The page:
How Typhoon Hagibis could affect travel to Japan

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(CNN) — As Typhoon Hagibis threatens to wreak havoc in Japan, travelers may have to change their plans at the last minute.
Tourists in Japan for the Rugby World Cup have already been affected by the impending storm. Two matches, England-France and New Zealand-Italy, were preventively canceled.

While Hagibis was previously classified as a “super typhoon”, the JTWC (Joint Typhoon Warning Center) downgraded the storm to simply “a typhoon”, with sustained winds of 220 km/h and gusts up to 270 km/h , the equivalent of a category four storm. hurricane.

Currently, Hagibis is moving from North-North-West at a speed of about 22 kilometers per hour. It is expected to weaken as it nears landing near Tokyo in the next 24 to 36 hours.

Airports

Japan’s national airlines are cautious. Flights departing from and arriving at Tokyo’s two airports (Haneda and Narita) on October 12 were canceled, affecting a total of at least 1,187 flights and nearly 190,000 passengers.

Of this total, All Nippon Airways (ANA) canceled a total of 602 flights (490 domestic and 112 international), affecting 101,000 passengers.

Meanwhile, Japan Airlines (JAL) canceled a total of 585 flights (513 domestic, 72 international), affecting 88,000 passengers.

JAL is inform travelers that the company “will not charge any management fees for changes or refunds resulting from anticipated effects on operations caused by severe weather (typhoon, etc.) or natural disasters”.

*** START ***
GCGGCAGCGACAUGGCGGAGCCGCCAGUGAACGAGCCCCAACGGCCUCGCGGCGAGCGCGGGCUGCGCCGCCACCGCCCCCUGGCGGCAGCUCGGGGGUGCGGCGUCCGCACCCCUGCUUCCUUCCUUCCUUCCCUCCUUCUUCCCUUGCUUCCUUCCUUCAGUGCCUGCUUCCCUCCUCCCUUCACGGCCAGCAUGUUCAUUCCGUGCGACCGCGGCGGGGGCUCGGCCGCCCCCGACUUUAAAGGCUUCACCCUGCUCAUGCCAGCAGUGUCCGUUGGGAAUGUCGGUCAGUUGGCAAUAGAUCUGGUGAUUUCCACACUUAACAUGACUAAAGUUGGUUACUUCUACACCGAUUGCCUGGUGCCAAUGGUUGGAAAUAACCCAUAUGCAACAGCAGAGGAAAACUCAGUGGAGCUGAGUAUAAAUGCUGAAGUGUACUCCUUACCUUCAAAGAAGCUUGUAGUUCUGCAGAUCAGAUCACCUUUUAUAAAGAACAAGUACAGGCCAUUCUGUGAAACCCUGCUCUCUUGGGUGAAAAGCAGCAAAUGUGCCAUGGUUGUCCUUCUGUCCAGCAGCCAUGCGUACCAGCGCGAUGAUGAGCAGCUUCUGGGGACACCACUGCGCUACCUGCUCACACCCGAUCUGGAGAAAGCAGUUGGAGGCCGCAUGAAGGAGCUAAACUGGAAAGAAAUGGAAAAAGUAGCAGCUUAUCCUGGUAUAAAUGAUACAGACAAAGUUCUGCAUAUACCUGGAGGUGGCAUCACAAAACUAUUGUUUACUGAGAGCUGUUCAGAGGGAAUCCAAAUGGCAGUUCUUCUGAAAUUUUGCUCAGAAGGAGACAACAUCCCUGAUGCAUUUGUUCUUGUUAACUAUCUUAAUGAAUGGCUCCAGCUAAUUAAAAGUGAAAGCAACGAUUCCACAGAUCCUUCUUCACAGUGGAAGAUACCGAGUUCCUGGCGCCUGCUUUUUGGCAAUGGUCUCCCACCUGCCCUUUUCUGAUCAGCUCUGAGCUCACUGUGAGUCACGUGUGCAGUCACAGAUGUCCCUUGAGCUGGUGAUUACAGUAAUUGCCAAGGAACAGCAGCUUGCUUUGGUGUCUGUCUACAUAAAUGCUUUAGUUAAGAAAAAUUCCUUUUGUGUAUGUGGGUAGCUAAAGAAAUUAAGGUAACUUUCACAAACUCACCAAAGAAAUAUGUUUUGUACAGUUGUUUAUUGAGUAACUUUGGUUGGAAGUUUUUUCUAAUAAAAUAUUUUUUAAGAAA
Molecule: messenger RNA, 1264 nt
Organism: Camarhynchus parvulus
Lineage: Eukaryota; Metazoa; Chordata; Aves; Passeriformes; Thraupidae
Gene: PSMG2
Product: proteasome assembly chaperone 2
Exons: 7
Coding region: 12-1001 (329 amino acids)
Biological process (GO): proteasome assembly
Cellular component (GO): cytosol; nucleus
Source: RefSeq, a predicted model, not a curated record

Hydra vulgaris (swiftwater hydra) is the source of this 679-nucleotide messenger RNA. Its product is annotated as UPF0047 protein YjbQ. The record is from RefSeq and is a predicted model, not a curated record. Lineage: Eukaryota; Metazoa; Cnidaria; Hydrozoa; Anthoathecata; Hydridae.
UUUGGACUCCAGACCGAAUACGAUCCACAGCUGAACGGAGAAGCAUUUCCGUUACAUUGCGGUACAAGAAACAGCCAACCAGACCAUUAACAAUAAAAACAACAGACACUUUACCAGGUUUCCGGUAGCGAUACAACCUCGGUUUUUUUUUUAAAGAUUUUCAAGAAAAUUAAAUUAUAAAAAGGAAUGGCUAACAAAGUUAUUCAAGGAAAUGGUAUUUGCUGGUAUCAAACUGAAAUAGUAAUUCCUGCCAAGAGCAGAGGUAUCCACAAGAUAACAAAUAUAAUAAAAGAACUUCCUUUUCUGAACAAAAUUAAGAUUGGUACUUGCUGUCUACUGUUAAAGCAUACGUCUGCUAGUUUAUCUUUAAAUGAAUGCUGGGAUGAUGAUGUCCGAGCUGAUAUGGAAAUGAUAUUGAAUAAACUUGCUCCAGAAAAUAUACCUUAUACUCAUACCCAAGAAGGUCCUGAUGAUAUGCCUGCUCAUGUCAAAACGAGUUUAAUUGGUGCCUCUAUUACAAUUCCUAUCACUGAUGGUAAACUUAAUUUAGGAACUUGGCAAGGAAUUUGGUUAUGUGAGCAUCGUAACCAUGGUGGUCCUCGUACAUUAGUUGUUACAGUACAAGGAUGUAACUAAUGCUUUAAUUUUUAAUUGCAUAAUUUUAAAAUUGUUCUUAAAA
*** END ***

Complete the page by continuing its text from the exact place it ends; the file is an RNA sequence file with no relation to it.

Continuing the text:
The trains

The train companies plan to cancel or reduce train operations until Saturday October 12, with real-time updates on their websites and social media accounts as events occur.

However, sources expect most train and subway services around Tokyo and central Japan to be halted before noon on Saturday, if not sooner.

The Central Japan Railway Company, generally referred to as JR Centerannounced that it had canceled almost all bullet trains departing from Tokyo and Osaka on October 12, which have about 400 departures.
the East Japan Railway Company, which operates commuter trains to Tokyo’s two airports, also has contingency plans in place. Their website notes that “operations of conventional lines and Shinkansen may be suspended on October 12 and 13 due to Typhoon No. 19. [Hagibis is the 19th typhoon of this year’s season].”

Travelers wishing to drive or take a taxi to get around instead of the train should also be careful. Some roads in and around the capital are closed, and more should be expected when the typhoon hits.

More than Typhoon Hagibis

Japan is still reeling from the impact of Typhoon Faxai, which inflicted severe damage on Chiba Prefecture in September. About 100 flights were canceled while the Keikyu railway line, which connects Tokyo and Yokohama to Haneda airport, was temporarily closed.

More than 13,000 passengers were stranded at Tokyo’s Narita International Airport following the storm, and airport staff handed out water, snacks and blankets to those stuck in the terminal during the night.

ANA joined the relief effort, offering frequent flyers the opportunity to donate their miles, which would be converted into Japanese yen, to reconstruction efforts in Chiba Prefecture.

“ANA HD has already announced a donation of 2 million yen to Chiba Prefecture as part of recovery efforts and will donate an additional 3 million yen to the Japanese Red Cross to help support victims of the disaster. “, said the airline in a press release.

This piece is updated as more information becomes available.

CNN’s Yoonjung Seo contributed reporting.

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